In 2019, I constructed a zero carbon scenario for the West of England region. Since then, Chris Goodall published his excellent new book “What We Need To Do Now“, which details a range of decarbonisation strategies in different sectors. Reading this provided some interesting perspectives on decarbonisation pathways, and this blog offers some of own reflections on the work I did for Zero West in light of Goodall’s book, and in light of the rapidly developing global situation.
Firstly, I would highly recommend this to anyone seeking to understand and work with the present situation. Over ten years ago, I read another major book: David MacKay’s “Sustainability Without The Hot Air“, and both stand as clear-headed statements of the technical possibility of decarbonisation. Over a decade apart, they were written in different eras: MacKay’s book reads as an extensive “back of the envelope” calculation as to the feasibility of decarbonisation while Goodall’s book is a series of detailed strategies stated in light of the extreme urgency of the climate crisis (as further highlighted by the latest IPCC reports). Climate change was an urgent issue decades ago of course, but it is only recently that it has become perceived as such. Moreover, in this time various new technologies have become mainstream, and permit a much more sophisticated approach to decarbonisation.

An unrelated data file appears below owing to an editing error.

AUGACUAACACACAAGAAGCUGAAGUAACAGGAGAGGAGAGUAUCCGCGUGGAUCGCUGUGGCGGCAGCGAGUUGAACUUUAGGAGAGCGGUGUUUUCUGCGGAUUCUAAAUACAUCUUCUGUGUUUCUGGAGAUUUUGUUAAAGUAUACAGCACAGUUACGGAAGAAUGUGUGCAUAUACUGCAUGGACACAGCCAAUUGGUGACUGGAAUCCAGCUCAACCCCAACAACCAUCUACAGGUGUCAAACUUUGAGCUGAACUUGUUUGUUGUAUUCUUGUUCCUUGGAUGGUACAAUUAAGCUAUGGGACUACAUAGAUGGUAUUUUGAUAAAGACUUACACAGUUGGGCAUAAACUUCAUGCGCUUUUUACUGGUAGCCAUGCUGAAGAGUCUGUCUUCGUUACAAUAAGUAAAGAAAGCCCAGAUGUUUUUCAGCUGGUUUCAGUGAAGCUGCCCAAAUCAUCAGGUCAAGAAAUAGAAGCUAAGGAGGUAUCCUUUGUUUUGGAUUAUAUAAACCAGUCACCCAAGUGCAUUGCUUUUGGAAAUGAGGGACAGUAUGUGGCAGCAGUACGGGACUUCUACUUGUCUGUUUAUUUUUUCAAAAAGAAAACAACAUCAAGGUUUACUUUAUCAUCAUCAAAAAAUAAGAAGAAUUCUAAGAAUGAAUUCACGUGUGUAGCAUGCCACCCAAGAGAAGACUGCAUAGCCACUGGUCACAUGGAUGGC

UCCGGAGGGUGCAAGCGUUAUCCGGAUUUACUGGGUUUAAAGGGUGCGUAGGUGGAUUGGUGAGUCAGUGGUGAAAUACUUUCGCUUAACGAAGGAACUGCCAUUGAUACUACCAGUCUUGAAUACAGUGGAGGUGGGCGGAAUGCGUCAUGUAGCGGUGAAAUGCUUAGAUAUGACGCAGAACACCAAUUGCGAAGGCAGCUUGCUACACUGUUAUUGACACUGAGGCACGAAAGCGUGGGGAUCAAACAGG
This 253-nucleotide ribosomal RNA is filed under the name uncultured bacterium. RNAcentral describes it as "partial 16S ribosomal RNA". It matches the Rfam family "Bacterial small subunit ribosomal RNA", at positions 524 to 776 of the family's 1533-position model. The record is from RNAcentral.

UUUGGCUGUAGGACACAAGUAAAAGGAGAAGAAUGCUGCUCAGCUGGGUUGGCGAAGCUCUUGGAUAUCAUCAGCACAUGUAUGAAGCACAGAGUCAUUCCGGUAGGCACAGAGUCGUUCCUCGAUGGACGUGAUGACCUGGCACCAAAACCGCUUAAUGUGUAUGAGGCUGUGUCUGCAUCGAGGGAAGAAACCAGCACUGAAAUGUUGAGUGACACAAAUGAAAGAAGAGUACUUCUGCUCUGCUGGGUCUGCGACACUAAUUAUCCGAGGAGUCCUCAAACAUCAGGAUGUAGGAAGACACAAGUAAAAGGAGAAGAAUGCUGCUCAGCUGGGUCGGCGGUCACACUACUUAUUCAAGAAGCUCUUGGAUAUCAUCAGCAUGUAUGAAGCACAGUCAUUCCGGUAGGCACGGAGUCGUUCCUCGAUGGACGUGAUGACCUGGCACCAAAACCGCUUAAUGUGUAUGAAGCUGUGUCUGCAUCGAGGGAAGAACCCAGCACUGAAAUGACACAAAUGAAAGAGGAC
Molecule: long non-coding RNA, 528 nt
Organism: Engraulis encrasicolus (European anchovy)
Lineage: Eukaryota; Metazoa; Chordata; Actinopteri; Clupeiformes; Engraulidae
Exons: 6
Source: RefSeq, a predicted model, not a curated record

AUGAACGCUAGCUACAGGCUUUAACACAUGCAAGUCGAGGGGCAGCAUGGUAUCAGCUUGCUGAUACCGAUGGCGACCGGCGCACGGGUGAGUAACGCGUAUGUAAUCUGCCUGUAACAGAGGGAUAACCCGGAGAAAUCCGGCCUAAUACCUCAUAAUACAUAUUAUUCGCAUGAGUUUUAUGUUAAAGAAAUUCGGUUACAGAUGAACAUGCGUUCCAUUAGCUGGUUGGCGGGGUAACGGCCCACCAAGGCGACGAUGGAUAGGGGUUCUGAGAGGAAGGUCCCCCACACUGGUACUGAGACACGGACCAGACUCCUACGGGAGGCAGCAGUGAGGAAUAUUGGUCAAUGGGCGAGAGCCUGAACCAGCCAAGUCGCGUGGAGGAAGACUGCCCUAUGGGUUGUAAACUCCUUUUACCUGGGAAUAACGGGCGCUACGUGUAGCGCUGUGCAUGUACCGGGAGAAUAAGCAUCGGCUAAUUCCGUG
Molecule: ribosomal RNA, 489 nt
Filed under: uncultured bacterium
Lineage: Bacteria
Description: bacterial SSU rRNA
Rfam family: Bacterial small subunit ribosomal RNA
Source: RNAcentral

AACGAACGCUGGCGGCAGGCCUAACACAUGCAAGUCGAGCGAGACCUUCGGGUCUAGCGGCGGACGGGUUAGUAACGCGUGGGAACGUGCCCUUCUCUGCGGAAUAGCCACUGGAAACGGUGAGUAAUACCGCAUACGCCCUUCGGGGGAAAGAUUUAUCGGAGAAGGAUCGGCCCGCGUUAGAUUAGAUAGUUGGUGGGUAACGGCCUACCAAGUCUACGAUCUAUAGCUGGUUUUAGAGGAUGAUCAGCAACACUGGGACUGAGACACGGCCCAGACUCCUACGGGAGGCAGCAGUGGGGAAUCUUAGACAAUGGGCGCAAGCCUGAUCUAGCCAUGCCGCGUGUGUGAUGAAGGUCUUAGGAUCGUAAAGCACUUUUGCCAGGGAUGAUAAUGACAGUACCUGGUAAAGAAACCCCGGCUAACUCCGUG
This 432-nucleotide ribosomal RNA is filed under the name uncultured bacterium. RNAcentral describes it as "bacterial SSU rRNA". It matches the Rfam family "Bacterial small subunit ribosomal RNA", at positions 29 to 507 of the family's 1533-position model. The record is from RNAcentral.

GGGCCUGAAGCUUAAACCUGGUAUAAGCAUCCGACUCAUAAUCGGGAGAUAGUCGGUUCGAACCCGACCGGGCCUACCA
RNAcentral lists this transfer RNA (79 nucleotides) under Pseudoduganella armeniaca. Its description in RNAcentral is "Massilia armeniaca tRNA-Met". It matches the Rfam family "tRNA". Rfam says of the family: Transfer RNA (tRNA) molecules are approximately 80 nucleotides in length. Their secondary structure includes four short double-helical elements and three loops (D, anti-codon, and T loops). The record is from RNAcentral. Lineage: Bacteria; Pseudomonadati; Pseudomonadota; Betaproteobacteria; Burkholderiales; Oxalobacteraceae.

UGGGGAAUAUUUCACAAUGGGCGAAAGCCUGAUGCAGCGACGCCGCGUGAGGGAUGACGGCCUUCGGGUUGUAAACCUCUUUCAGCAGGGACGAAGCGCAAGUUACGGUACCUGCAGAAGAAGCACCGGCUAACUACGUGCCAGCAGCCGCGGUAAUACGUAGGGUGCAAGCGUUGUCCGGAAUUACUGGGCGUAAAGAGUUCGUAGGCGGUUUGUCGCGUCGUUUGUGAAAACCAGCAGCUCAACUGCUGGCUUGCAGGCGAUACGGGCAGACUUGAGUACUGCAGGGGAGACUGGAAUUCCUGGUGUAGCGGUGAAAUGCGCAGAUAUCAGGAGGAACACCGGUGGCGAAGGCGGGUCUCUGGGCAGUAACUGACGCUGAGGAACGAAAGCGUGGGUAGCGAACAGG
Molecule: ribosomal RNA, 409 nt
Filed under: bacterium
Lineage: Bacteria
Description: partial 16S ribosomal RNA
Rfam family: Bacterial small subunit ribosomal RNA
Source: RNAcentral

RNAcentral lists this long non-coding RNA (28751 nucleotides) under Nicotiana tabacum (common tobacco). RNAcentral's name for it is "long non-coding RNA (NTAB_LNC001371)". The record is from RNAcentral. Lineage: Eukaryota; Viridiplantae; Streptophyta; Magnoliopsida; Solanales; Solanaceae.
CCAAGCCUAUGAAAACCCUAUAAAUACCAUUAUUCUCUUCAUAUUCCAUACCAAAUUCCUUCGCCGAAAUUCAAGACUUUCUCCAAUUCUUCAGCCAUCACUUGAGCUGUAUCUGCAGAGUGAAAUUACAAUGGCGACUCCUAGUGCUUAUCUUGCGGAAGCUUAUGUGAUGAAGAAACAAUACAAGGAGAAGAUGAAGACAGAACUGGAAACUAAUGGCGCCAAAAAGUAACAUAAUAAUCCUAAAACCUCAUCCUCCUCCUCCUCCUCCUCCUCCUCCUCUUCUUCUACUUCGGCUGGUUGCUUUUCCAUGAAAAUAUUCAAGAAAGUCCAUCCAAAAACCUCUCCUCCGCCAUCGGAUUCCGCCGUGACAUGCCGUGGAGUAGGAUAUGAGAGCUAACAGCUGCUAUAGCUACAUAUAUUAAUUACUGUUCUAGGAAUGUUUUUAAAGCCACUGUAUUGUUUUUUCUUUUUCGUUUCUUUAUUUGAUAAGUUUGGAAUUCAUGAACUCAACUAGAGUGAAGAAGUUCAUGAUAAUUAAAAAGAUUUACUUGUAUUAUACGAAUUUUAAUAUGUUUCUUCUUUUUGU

The work of the Center for Alternative Technology (CAT) is also of great interest, and in particular their Zero Carbon Britain reports from the previous decade or so provide a comprehensive vision of achieving zero carbon through both food and energy systems. Their treatment of land use in the UK is particularly interesting, and it is unusual in that it starts from what is required for a healthy diet, and addresses decarbonisation from there, rather than the more common (and somewhat problematic approach) of lensing land use exclusively though the consideration of climate change.
Zero West’s strategy is based on three strands: infrastructure projects, community action and data modelling. In the last of these, the purpose of constructing a zero carbon scenario for the West of England was to provide a sound basis for all of their work. This work, together with an overview of CAT’s work, was presented at the Zero West AGM in 2020. My slides are available here.